site, has been a strong advocate of the idea of an SEO code of ethics. A few
SEO firms have already signed
onto the fledgling initiative
. It's a start, but as I argued on Search
Engine Watch forum, it could create as many problems as it solves. For starters,
if I don't do SEO, but rather other forms of online marketing, I don't have
the SEO seal on my site. At some point, some competitor is going to whisper
to a prospect that I don't believe in ethical standards because I lack the
official-looking seal. I suppose my response would have to be to go looking
for a better-looking seal from an organization of longer standing.


Larger advertising and marketing agencies who now "also do SEO" would
likely shun the seal, because it would marginalize them. And there is the "thou
doth protest too much" aspect. The SEO Code of Ethics could wind up working
like reverse psychology, much like "I am not a crook," or "I
did not have sexual relations with that woman."


Let's be clear. Building bridges, fixing broken bones, and representing accused
criminals are genuine professions worthy of societal attention, worthy of serious,
sustained, and deeply-studied standards. Worth of a Royal
Commission
, even. It's not at all clear that gaming search results -- or
even "helping clients create content to achieve more organic search traffic," or
whatever -- should be seen in the same light. As Clay and others are now arguing,
any professional code of conduct should begin with the obvious: a pox on "scammers" --
those who take money for services not rendered, fabricate fictitious stories
about search engines, and clearly commit fraud in ways that would be punishable
by law. Even here, the line is difficult to establish. One side says it performed
a service, the other says it did not. A matter for small claims court, or some
informal watchdog site run by a gaggle of random members of the industry? Both?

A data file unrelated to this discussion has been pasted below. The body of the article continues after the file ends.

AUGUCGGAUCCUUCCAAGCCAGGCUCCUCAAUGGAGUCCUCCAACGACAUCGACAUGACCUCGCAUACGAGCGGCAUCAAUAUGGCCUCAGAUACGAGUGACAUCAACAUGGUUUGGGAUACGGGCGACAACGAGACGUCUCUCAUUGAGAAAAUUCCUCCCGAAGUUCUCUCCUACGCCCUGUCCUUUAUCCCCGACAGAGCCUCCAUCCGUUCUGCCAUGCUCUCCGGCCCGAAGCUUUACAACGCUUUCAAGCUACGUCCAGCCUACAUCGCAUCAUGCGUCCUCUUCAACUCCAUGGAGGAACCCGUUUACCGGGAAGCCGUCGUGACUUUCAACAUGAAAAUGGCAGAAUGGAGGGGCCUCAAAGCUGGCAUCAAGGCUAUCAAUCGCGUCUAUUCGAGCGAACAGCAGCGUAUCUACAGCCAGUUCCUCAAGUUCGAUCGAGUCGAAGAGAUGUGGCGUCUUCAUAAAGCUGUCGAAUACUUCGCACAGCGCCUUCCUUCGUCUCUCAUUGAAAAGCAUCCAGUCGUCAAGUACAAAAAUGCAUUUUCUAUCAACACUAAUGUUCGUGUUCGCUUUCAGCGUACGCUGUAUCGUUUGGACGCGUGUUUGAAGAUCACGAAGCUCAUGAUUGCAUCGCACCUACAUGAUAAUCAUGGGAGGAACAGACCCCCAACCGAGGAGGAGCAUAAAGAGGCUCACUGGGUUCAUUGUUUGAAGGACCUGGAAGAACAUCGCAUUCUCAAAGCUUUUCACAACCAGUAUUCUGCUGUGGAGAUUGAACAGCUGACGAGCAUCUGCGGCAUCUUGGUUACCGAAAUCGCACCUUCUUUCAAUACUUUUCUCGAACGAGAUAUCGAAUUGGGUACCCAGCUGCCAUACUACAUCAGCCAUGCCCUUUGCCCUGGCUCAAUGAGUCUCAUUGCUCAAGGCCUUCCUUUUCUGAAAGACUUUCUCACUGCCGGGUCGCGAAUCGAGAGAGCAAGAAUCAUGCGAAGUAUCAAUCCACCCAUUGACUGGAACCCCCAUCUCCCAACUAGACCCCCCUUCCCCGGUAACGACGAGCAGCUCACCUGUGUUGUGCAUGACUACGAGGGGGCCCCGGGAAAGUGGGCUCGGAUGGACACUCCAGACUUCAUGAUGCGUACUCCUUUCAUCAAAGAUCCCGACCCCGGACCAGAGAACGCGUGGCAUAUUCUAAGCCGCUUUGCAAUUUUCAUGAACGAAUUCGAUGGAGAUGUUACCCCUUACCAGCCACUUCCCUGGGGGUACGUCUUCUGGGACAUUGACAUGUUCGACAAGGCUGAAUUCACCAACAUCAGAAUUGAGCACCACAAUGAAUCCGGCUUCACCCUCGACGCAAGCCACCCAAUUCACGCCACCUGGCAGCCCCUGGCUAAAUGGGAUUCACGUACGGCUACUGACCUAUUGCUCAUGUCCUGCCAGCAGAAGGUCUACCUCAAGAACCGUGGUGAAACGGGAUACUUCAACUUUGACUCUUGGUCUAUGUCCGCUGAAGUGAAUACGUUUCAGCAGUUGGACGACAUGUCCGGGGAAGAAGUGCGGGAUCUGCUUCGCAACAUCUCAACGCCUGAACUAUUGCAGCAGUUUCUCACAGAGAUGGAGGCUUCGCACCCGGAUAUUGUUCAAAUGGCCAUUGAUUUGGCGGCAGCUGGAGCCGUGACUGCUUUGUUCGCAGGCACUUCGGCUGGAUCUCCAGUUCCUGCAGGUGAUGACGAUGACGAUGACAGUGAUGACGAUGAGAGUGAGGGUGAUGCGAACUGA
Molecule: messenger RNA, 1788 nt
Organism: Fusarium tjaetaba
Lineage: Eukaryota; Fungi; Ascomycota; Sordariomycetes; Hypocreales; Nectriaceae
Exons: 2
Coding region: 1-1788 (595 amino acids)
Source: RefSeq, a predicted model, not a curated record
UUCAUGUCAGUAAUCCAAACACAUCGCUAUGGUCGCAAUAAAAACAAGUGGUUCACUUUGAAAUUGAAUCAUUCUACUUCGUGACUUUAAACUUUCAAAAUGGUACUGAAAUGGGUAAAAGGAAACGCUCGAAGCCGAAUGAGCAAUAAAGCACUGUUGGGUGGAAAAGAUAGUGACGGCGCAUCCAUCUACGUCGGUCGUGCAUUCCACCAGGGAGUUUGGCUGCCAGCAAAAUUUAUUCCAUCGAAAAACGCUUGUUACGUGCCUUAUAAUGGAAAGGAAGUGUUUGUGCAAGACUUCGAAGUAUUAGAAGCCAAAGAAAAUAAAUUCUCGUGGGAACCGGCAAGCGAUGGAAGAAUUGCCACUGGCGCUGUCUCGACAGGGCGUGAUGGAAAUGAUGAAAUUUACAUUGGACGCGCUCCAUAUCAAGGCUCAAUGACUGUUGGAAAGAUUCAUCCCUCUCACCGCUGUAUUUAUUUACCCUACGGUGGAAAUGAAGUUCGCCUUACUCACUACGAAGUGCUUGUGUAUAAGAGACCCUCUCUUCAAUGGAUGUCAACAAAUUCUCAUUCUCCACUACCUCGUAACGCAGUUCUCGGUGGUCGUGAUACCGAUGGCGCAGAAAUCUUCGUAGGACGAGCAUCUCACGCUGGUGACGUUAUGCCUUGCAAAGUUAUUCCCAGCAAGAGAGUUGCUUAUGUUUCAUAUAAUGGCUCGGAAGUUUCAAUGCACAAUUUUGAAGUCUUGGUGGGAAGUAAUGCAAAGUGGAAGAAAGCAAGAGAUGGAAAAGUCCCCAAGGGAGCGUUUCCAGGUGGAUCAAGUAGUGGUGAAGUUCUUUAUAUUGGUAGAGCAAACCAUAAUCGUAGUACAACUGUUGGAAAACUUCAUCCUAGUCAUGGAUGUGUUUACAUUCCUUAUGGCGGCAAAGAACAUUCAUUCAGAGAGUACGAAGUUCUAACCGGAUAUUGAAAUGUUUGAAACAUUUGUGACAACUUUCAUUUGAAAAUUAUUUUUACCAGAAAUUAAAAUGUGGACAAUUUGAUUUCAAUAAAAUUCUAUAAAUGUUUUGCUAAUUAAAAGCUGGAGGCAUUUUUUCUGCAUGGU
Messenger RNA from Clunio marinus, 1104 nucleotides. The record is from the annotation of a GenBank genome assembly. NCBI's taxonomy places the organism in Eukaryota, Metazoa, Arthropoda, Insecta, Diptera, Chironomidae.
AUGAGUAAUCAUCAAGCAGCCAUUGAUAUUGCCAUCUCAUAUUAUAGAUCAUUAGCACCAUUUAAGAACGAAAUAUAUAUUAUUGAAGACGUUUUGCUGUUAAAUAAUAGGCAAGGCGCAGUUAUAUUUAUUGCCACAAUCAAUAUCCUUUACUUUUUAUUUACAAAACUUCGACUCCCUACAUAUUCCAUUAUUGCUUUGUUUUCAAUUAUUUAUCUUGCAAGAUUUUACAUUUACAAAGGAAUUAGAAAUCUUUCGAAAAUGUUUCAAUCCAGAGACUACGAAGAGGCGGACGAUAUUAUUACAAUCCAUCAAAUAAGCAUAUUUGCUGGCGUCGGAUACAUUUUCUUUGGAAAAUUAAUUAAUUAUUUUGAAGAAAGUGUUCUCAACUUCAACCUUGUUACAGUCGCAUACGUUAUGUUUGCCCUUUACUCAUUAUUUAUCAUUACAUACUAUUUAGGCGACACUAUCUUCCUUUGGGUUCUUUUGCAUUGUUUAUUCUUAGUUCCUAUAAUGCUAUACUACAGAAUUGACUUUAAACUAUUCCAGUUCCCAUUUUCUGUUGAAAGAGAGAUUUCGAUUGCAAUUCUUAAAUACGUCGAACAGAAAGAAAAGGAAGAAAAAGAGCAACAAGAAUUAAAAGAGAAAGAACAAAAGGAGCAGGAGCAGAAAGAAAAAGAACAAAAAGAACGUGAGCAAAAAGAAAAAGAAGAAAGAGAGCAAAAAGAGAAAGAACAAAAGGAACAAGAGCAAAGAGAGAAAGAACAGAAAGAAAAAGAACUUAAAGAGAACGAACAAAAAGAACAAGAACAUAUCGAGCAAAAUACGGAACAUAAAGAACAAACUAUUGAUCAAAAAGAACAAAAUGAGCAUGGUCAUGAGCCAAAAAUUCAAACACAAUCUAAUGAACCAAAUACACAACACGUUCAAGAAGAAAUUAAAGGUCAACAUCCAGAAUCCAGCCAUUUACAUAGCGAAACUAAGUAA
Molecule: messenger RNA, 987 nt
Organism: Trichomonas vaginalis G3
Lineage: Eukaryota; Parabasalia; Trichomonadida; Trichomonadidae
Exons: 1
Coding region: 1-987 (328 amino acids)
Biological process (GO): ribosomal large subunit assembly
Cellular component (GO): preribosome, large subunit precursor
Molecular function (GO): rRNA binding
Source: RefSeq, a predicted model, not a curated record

The goal of shunning scammers seems somehow too modest. Of course, any self-respecting
SEO company already does that.


Even if a modest exercise in moral suasion towards better standards is pursued,
it leaves at least three major (but not insurmountable) problems: first, the
governance problem of how to ensure impartiality in accreditation and prevent
corruption in enforcement; second, the lack of a commonly-agreed definition
of search engine spam and the likelihood that many leading SEO practitioners
will simply deny that their "link farm" is indeed a "link farm" (etc.);
third, the question of what disincentives and penalties might be applied to
those who don't comply.


When MarketingSherpa released its first guide to SEO firms (now in a third
edition
), it boldly waded into an industry-cleansing role that others
wouldn't touch with a ten-foot pole. We got a taste of the potential for
disagreement when one prominent firm was left out of the guide, which includes
definitions and judgments about methodologies along with information about
firms. (Tests of SEO effectiveness have now been de-emphasized in Sherpa's
guide, a good thing considering the fact that some included firms, including
my fledgling company in 2001, were able to game them by pointing to great
rankings achieved on behalf of clients -- rankings which later turned out
to be temporary.) The aggrieved firm decried the potential injury to its
reputation and made noises about legal action.


Sometime soon, associations and standards codes for the SEO business will
be created in spite of it all, and some will simply keep their distance from
them, along the lines of the jealous relationships between practitioners and
guardians of "mainstream" medicine and purveyors of alternative medicine.
From here, it's impossible to tell whether the current SEO discontents will
be a mere footnote of marketing history, or whether stable search marketing
governance bodies will emerge and provide fodder for a future generation's
M.A. theses.


Andrew Goodman is Editor-at-Large of Traffick.com and the author of "Winning Results with Google Adwords".